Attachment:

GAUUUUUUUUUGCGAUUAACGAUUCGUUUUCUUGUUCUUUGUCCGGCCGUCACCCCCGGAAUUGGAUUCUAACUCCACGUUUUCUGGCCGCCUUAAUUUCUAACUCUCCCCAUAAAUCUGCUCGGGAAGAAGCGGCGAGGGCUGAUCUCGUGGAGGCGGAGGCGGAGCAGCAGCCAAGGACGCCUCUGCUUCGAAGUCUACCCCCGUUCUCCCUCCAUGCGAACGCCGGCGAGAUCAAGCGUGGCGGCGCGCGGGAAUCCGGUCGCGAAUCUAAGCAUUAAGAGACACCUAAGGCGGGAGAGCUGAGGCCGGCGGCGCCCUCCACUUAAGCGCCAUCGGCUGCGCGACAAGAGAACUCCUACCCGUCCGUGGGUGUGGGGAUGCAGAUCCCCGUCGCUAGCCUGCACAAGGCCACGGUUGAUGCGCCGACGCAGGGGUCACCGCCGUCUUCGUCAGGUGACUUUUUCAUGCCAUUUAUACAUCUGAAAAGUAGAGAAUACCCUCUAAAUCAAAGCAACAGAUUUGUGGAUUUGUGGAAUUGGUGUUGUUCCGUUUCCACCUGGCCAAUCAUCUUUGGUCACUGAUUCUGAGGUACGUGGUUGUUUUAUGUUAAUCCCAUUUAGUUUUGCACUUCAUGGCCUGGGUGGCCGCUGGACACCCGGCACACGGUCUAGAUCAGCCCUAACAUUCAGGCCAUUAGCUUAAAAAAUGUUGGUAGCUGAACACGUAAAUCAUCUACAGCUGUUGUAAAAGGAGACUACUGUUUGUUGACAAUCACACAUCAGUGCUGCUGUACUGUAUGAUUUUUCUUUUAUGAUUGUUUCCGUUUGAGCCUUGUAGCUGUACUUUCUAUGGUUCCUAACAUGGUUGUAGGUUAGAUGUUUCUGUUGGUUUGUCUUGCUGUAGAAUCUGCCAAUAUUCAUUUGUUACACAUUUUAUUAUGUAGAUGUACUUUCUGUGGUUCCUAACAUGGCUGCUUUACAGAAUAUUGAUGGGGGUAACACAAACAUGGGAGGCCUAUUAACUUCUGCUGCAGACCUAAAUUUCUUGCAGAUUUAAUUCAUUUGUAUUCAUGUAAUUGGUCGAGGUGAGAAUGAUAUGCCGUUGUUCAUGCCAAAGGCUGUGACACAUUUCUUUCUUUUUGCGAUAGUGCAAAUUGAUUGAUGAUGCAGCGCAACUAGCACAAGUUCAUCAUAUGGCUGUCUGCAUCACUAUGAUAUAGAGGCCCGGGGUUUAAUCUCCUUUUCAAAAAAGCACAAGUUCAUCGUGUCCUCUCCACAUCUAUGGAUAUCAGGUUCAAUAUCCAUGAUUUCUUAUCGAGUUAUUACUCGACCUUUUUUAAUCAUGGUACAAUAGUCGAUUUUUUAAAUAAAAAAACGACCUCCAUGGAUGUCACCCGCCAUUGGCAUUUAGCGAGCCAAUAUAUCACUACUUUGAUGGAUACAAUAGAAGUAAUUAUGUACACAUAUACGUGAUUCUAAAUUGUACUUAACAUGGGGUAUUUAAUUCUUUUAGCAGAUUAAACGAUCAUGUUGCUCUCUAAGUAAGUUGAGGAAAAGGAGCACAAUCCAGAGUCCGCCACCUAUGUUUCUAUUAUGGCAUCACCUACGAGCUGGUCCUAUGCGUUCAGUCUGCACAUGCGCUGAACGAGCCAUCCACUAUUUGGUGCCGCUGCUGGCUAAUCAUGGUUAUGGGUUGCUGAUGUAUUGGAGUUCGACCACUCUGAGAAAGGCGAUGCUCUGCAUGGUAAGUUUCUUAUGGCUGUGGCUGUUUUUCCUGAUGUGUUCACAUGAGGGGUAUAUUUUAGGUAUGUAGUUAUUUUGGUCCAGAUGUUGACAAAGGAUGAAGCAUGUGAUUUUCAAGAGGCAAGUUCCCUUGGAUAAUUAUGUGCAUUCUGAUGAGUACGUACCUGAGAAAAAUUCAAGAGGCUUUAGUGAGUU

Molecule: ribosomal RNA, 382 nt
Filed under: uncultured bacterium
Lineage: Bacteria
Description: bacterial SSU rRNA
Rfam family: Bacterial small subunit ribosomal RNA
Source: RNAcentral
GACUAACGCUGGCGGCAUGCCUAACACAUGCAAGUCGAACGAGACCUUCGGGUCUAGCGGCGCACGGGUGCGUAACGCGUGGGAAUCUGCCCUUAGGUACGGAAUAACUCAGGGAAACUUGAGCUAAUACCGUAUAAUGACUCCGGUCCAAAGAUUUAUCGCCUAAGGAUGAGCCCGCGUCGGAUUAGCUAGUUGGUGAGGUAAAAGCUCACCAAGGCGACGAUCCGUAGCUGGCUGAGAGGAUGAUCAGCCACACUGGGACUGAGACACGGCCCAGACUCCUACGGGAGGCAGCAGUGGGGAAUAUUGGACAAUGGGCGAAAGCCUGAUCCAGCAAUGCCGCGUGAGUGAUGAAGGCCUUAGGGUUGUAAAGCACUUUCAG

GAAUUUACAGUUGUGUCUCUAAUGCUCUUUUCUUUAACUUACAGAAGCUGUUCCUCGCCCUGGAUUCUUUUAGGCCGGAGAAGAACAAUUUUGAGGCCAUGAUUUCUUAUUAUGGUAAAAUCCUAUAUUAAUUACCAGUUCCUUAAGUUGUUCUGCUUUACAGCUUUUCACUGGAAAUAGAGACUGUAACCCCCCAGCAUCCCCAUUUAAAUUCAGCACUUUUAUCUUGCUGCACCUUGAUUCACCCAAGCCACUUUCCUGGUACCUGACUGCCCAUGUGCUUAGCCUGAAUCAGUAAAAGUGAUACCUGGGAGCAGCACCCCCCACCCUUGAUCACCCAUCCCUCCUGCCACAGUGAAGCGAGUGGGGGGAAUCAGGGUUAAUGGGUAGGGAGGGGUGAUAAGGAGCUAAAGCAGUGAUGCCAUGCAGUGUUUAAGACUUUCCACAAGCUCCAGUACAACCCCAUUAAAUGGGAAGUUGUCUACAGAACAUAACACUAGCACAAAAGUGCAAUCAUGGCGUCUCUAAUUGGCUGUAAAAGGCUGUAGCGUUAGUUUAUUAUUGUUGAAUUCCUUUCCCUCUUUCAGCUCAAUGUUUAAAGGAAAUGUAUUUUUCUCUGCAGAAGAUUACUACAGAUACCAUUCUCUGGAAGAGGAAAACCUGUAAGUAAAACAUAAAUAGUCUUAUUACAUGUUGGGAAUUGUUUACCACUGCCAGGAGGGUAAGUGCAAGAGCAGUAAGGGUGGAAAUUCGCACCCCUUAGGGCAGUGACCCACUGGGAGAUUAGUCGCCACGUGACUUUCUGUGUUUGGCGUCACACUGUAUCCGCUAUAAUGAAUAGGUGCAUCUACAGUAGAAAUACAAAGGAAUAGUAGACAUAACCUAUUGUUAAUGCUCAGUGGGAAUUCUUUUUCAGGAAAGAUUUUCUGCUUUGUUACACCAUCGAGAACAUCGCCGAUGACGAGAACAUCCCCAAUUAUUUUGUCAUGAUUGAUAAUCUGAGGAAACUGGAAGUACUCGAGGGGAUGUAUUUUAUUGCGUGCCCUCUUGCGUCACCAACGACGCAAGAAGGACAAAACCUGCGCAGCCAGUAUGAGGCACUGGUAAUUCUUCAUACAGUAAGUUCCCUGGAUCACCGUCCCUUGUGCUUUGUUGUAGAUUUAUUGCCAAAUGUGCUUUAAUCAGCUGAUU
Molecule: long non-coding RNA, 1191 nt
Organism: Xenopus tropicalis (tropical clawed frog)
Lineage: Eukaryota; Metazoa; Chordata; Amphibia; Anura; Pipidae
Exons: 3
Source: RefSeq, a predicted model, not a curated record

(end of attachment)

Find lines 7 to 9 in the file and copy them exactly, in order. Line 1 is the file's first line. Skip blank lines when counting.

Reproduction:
Source: RNAcentral
GACUAACGCUGGCGGCAUGCCUAACACAUGCAAGUCGAACGAGACCUUCGGGUCUAGCGGCGCACGGGUGCGUAACGCGUGGGAAUCUGCCCUUAGGUACGGAAUAACUCAGGGAAACUUGAGCUAAUACCGUAUAAUGACUCCGGUCCAAAGAUUUAUCGCCUAAGGAUGAGCCCGCGUCGGAUUAGCUAGUUGGUGAGGUAAAAGCUCACCAAGGCGACGAUCCGUAGCUGGCUGAGAGGAUGAUCAGCCACACUGGGACUGAGACACGGCCCAGACUCCUACGGGAGGCAGCAGUGGGGAAUAUUGGACAAUGGGCGAAAGCCUGAUCCAGCAAUGCCGCGUGAGUGAUGAAGGCCUUAGGGUUGUAAAGCACUUUCAG

GAAUUUACAGUUGUGUCUCUAAUGCUCUUUUCUUUAACUUACAGAAGCUGUUCCUCGCCCUGGAUUCUUUUAGGCCGGAGAAGAACAAUUUUGAGGCCAUGAUUUCUUAUUAUGGUAAAAUCCUAUAUUAAUUACCAGUUCCUUAAGUUGUUCUGCUUUACAGCUUUUCACUGGAAAUAGAGACUGUAACCCCCCAGCAUCCCCAUUUAAAUUCAGCACUUUUAUCUUGCUGCACCUUGAUUCACCCAAGCCACUUUCCUGGUACCUGACUGCCCAUGUGCUUAGCCUGAAUCAGUAAAAGUGAUACCUGGGAGCAGCACCCCCCACCCUUGAUCACCCAUCCCUCCUGCCACAGUGAAGCGAGUGGGGGGAAUCAGGGUUAAUGGGUAGGGAGGGGUGAUAAGGAGCUAAAGCAGUGAUGCCAUGCAGUGUUUAAGACUUUCCACAAGCUCCAGUACAACCCCAUUAAAUGGGAAGUUGUCUACAGAACAUAACACUAGCACAAAAGUGCAAUCAUGGCGUCUCUAAUUGGCUGUAAAAGGCUGUAGCGUUAGUUUAUUAUUGUUGAAUUCCUUUCCCUCUUUCAGCUCAAUGUUUAAAGGAAAUGUAUUUUUCUCUGCAGAAGAUUACUACAGAUACCAUUCUCUGGAAGAGGAAAACCUGUAAGUAAAACAUAAAUAGUCUUAUUACAUGUUGGGAAUUGUUUACCACUGCCAGGAGGGUAAGUGCAAGAGCAGUAAGGGUGGAAAUUCGCACCCCUUAGGGCAGUGACCCACUGGGAGAUUAGUCGCCACGUGACUUUCUGUGUUUGGCGUCACACUGUAUCCGCUAUAAUGAAUAGGUGCAUCUACAGUAGAAAUACAAAGGAAUAGUAGACAUAACCUAUUGUUAAUGCUCAGUGGGAAUUCUUUUUCAGGAAAGAUUUUCUGCUUUGUUACACCAUCGAGAACAUCGCCGAUGACGAGAACAUCCCCAAUUAUUUUGUCAUGAUUGAUAAUCUGAGGAAACUGGAAGUACUCGAGGGGAUGUAUUUUAUUGCGUGCCCUCUUGCGUCACCAACGACGCAAGAAGGACAAAACCUGCGCAGCCAGUAUGAGGCACUGGUAAUUCUUCAUACAGUAAGUUCCCUGGAUCACCGUCCCUUGUGCUUUGUUGUAGAUUUAUUGCCAAAUGUGCUUUAAUCAGCUGAUU